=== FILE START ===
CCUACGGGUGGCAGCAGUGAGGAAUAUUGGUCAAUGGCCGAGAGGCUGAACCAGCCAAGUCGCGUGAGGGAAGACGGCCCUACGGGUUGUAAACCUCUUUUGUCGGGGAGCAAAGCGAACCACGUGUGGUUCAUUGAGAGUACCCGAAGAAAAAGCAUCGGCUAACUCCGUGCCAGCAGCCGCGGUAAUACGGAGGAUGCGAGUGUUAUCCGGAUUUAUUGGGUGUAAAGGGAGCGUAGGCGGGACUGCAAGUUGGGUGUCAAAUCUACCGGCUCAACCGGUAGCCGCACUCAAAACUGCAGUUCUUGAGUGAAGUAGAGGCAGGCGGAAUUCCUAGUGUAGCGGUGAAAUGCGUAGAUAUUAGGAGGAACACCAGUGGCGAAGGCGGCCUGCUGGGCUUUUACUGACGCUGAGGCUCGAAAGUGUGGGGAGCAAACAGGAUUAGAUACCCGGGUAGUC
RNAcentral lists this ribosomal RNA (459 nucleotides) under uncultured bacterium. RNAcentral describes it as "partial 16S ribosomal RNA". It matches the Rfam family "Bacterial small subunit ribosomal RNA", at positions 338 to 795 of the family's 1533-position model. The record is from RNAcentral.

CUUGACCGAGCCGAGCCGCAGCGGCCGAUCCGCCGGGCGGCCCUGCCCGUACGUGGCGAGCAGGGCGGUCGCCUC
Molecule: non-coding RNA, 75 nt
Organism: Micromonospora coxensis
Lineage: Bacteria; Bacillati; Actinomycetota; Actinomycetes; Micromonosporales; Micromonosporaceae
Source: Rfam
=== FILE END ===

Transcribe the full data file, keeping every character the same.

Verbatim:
CCUACGGGUGGCAGCAGUGAGGAAUAUUGGUCAAUGGCCGAGAGGCUGAACCAGCCAAGUCGCGUGAGGGAAGACGGCCCUACGGGUUGUAAACCUCUUUUGUCGGGGAGCAAAGCGAACCACGUGUGGUUCAUUGAGAGUACCCGAAGAAAAAGCAUCGGCUAACUCCGUGCCAGCAGCCGCGGUAAUACGGAGGAUGCGAGUGUUAUCCGGAUUUAUUGGGUGUAAAGGGAGCGUAGGCGGGACUGCAAGUUGGGUGUCAAAUCUACCGGCUCAACCGGUAGCCGCACUCAAAACUGCAGUUCUUGAGUGAAGUAGAGGCAGGCGGAAUUCCUAGUGUAGCGGUGAAAUGCGUAGAUAUUAGGAGGAACACCAGUGGCGAAGGCGGCCUGCUGGGCUUUUACUGACGCUGAGGCUCGAAAGUGUGGGGAGCAAACAGGAUUAGAUACCCGGGUAGUC
RNAcentral lists this ribosomal RNA (459 nucleotides) under uncultured bacterium. RNAcentral describes it as "partial 16S ribosomal RNA". It matches the Rfam family "Bacterial small subunit ribosomal RNA", at positions 338 to 795 of the family's 1533-position model. The record is from RNAcentral.

CUUGACCGAGCCGAGCCGCAGCGGCCGAUCCGCCGGGCGGCCCUGCCCGUACGUGGCGAGCAGGGCGGUCGCCUC
Molecule: non-coding RNA, 75 nt
Organism: Micromonospora coxensis
Lineage: Bacteria; Bacillati; Actinomycetota; Actinomycetes; Micromonosporales; Micromonosporaceae
Source: Rfam